Working in your Hub, you may find yourself exercising leadership, problem-solving, and other abilities you didn’t know you had.
You and your community will come across a variety of issues. Some of these will require outside help, but many may be solved by pooling the skills, resources and connections that your community already has. As your community self-organises to respond, you will start to find solutions to these immediate issues.
But what about longer-term challenges? How does your community then continue to work together and support one another through long-term recovery? Many communities throughout the world, from Christchurch here in New Zealand, to New Orleans in the United States, to Tohoku in Japan, have gone through a disaster.
Those communities that are active, work together and support one another, can adapt and rebuild stronger than before. What can our community do to help each other through the recovery?
Maintaining your existing relationships and those you have formed during the response is important for the community’s recovery. Some people may be evacuated or may be living temporarily outside the community. Strive to help keep everyone connected and informed. Setting up phone trees, social media groups and email chains, in addition to meeting in person helps keep people connected so they can take action and support one another.
The drive to work together is often high at the start of a disaster when priorities are centred on meeting basic common needs. Keeping this positive energy alive through the recovery process will take a more concerted effort – sharing stories of the community’s successes and challenges may help do just that. Consider how the community can continue to share knowledge and creativity as challenges change from just responding to what’s in front of you, to proactively rebuilding the kind of community that you want to live and thrive in.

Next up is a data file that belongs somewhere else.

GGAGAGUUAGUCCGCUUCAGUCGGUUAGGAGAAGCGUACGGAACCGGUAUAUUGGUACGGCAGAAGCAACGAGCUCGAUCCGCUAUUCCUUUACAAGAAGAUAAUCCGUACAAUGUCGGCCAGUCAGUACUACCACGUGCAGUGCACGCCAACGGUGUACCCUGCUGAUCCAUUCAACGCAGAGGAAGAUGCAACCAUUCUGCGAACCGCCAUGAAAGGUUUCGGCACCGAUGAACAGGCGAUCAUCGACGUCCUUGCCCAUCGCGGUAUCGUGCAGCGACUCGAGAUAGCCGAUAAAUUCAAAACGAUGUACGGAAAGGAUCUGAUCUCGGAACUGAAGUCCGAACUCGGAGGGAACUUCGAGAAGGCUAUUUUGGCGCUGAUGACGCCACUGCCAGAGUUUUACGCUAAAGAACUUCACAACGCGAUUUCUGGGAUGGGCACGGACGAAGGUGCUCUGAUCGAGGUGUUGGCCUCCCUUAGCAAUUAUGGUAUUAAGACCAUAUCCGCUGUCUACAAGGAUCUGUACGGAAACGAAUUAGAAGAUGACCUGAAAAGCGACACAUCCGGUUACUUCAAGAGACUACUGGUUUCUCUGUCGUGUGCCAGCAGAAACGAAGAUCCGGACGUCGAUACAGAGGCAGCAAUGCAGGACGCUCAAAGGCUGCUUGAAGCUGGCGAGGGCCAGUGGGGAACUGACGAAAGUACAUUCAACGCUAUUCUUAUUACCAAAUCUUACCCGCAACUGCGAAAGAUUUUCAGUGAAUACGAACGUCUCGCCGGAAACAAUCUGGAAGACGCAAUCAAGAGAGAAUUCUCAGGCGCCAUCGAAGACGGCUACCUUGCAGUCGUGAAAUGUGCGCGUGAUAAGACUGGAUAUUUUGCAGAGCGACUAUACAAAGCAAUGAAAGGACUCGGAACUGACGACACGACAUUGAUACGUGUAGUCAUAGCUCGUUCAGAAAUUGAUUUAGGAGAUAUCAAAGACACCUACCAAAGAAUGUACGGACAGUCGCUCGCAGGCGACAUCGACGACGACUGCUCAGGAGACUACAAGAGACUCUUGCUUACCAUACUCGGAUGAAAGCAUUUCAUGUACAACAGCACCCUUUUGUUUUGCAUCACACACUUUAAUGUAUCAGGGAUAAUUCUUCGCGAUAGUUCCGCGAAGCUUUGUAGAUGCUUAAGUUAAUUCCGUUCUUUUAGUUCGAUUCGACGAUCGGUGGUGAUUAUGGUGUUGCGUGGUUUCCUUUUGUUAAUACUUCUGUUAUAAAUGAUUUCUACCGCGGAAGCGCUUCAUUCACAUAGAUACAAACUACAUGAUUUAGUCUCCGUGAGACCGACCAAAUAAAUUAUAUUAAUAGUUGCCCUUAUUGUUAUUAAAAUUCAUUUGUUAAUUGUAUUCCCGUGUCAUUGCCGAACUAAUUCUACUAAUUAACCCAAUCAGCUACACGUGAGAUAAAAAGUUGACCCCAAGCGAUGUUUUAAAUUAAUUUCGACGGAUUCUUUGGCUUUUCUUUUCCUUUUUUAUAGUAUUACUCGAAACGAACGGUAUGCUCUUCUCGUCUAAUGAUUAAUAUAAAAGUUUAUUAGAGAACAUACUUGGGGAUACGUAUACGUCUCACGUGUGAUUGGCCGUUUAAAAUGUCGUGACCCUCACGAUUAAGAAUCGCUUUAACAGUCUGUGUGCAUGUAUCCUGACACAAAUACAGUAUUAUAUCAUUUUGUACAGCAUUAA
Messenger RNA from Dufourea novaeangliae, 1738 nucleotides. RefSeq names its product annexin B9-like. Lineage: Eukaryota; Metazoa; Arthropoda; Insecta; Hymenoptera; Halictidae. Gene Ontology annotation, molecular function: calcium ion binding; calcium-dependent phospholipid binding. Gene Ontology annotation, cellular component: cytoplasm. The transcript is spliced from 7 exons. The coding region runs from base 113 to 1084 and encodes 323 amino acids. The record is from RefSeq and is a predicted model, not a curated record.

Getting your community’s message heard by local government and organisations that may contribute resources to help rebuild is a challenge. Look for common goals that meet the needs of many community members. Just as importantly, your community’s voice can be strong and inclusive of different needs. When a one-size-fits-all approach doesn't work, part of sending a clear message means communicating that needs in your community are diverse.
During and after a disaster it is natural to experience different and strong emotions. Give yourself time to adjust and connect with family, friends and others who were affected in your community. Take care of yourself and each other, while respecting that people’s needs will vary. Everyone may deal with challenges in different ways, but no matter what, remember it’s okay to seek help. Re-establishing routines and engaging in healthy behaviours can help to enhance your ability to cope.
There is no perfect answer to how your community will tackle recovery. Staying organised and proactive through recovery may not happen in the Hub itself especially if it’s located in a place that needs to return to its business-as-usual function. Whatever the form and place, it is the connections made, the shared experiences, and people being active in the community that will make it possible to adapt and rebuild stronger than ever. Recovery will present challenges. Strong communities face them together.
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